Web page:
Math- having puzzles and toys will stimulate critical thinking and will help the
student’s with problem solving skills. Mathematic thinking involves the
development of logical-mathematical knowledge. For instance, you can use
clean up time as a way for students to count and sort out manipulative and have the put the manipulatives in to the correct bin. This teaches the child one to one correspondences, it also encourages the children to put the items back in the bin in sets of two. If the students have a set of blocks that belong to one bin and another set of small manipulative bears that belong in another
bin. This type of activity will help them build on their sorting skills. Research by Bremer (1995) says that “play contributes to cognitive growth, aids social and emotional development, and is essential to physical development.” She defines cognitive abilities as “include identifying, classifying, sequencing, observing, discriminating, making predictions, drawing conclusions, comparing and determining cause and effect relationships.” For instance, having children in a play environment will help stimulate science learning. For an example, the children can use a thermometer and carry it from inside the classroom to outside of the classroom, going back and forth. The children will be able to see the temperature gage drop and then raise. Children get excited about
being able to go outside and see the weather. They can compare the weather from when they arrived at school and what the weather is right now. Having investigative tools such as magnets and magnifying glasses makes the children want to investigate what they can see and what items will stick to a magnet.
Social Studies in the classroom is very important, it is the relationship between humans and ecology. It includes economics, history, geography and multiculturalism. The classroom should have dress up clothes, that the children can try on and play different roles. Having prop boxes with community based themes provides additional knowledge about the world around them. Music can be used to commemorate and celebrate holidays. “Researchers have suggested that play enables developments in the prefrontal cortexes of mammals, including humans.” (Pettis, Pettis, and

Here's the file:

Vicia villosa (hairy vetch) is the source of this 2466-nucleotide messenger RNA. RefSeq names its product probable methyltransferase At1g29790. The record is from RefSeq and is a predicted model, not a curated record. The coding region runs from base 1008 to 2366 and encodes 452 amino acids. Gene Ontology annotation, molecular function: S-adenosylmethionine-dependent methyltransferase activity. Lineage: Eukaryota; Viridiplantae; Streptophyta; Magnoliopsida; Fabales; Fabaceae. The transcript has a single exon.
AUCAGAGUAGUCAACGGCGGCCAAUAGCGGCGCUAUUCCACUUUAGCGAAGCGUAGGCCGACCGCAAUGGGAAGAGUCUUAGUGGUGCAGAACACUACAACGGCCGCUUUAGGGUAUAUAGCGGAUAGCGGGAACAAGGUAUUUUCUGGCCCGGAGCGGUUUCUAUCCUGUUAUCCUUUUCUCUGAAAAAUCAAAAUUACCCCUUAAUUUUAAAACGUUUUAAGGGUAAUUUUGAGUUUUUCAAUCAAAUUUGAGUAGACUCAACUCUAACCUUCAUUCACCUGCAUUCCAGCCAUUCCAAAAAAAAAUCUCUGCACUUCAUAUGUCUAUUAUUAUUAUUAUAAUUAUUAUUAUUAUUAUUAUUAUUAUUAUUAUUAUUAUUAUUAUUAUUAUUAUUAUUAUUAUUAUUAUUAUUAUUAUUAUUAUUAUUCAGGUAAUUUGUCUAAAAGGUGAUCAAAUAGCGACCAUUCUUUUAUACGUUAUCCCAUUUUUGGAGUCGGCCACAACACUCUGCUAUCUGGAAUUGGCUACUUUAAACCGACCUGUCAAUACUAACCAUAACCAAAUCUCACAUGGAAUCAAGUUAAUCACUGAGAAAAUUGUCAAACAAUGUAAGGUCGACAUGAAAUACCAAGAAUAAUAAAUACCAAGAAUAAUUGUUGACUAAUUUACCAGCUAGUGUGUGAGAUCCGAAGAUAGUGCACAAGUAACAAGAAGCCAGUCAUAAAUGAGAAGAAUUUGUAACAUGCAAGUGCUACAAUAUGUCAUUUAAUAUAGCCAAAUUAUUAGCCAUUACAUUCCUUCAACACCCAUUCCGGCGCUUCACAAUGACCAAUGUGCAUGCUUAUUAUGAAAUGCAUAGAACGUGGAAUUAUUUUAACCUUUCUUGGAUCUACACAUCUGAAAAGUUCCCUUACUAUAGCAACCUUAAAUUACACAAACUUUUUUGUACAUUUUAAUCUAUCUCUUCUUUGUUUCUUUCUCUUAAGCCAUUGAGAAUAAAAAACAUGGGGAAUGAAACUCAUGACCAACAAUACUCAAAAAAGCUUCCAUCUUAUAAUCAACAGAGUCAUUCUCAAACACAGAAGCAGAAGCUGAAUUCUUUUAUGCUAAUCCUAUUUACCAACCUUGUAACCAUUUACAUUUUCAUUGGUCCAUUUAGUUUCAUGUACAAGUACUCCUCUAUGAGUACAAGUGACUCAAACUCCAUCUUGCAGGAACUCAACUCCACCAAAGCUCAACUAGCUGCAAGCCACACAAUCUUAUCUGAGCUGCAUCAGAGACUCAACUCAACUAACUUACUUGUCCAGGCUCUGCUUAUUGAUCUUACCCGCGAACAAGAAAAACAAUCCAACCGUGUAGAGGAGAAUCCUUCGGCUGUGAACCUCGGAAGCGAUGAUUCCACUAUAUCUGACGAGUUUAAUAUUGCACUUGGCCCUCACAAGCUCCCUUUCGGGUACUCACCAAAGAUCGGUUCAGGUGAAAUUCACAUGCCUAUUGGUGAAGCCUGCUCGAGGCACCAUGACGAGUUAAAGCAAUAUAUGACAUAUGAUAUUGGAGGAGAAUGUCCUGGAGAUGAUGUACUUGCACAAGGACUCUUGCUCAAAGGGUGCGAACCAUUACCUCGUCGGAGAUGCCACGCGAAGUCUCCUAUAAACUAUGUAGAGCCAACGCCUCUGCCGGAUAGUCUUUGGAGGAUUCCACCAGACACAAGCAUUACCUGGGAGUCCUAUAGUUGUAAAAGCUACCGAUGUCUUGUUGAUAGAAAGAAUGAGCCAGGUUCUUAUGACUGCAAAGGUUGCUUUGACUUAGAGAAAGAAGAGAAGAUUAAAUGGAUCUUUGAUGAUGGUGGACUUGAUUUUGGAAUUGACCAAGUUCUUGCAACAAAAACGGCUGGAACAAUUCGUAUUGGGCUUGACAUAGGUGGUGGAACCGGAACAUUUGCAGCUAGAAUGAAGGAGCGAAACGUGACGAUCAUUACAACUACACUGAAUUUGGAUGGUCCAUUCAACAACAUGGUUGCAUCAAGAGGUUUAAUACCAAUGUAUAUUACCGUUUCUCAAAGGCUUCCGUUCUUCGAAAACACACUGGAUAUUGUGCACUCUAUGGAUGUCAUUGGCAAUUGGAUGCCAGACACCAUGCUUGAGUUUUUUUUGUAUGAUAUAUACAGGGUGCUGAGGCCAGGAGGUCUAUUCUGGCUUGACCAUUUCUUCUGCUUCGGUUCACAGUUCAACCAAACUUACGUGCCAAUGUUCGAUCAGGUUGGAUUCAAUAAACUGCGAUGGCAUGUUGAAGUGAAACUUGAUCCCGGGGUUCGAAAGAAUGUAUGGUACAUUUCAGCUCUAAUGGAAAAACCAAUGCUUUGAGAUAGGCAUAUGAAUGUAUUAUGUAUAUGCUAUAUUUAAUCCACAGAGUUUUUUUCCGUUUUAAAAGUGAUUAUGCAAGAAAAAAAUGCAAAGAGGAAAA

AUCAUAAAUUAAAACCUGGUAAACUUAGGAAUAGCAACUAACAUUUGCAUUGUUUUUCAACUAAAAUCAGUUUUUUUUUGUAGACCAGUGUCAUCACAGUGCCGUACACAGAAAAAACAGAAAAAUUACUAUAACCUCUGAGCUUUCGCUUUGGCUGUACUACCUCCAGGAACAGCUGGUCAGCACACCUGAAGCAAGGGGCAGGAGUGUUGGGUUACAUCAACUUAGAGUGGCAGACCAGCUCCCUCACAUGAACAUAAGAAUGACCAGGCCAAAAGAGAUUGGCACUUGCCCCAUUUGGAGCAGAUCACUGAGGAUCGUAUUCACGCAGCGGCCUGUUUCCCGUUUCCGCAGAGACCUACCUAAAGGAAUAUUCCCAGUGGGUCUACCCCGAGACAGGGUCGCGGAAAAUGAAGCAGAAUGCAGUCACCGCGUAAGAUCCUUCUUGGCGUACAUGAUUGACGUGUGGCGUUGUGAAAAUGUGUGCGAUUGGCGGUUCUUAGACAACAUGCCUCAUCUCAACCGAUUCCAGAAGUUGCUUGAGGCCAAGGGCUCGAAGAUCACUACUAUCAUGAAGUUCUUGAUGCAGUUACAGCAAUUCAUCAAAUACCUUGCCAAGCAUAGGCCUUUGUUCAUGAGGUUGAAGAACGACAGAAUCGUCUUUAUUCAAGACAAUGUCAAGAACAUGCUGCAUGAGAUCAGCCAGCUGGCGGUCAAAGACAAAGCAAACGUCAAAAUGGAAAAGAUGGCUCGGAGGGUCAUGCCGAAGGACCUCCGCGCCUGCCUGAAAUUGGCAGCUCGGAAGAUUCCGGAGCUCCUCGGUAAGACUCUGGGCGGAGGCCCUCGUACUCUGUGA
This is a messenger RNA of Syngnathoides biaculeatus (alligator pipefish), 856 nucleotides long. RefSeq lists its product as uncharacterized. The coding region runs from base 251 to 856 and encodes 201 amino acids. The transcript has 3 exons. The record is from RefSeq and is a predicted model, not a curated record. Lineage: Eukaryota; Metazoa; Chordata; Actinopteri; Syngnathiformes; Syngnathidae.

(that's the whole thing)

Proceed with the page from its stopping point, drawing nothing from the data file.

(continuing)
Himmler 2014) Block play is one of the most important parts of a kindergarten
classroom. The block center not only engages constructive play it also engages in practice play and symbolic play. Block play also helps the children with geometry and physics. By the children having this background knowledge this will help them have a better understanding of math when they reach the first grade. Research was conducted by Wolfgang, Stannard, and Jones (2001). “Who found that children who engaged in high-level block play also achieved higher grades on math tests in high school.” Having a home center in the classroom will support dramatic play, which occurs when the child uses
symbolism to pretend. Dramatic play allows the student to control the play. The student has the freedom to try and experiment. In this type of play it is the child who decides the direction of play. I understand that the No Child Left Behind Act does play a role in the amount of time the class gets to play. But I feel that children at this age need to play. Physical play is essential to a child’s growth and mind set. It is important to encourage any type of play with in the classroom setting.
- Copple, Carol, and Sue Bredekamp, eds. 2009. Developmentally Appropriate Practice in Early Childhood Programs Serving Children from Birth through Age 8. 3rd ed
- Duncan, Greg J; Chantelle J. Dowsett, Amy Claessens, Katherine Magnuson, Aletha C. Huston, Pamela Klebanov, Linda S. Pagani, Leon Feinstein, Mimi Engel, Jeanne Brooks-Gunn, Holly Kathryn Duckworth, and Crista Japel. 2007. “School Readiness and Later Achievement.” Developmental Psychology 43:1428–46.
- Brewer, J. (1995). Introduction to early childhood education: Preschool through primary grades (2nd ed.). Needham Heights, MA: Simon & Schuster Company
- Pellis, Sergio M., Vivien C. Pellis, and Brett T. Himmler. 2014. “How Play Makes for a More Adaptable Brain: A Comparative and Neural Perspective.” American Journal of Play 7:73–98.
- Wolfgang, C., Stannard, L., & Jones, I. (2001). Block play performance among preschoolers as a predictor of later school achievement in mathematics. Journal of Research in Childhood Education, 15, 173–180.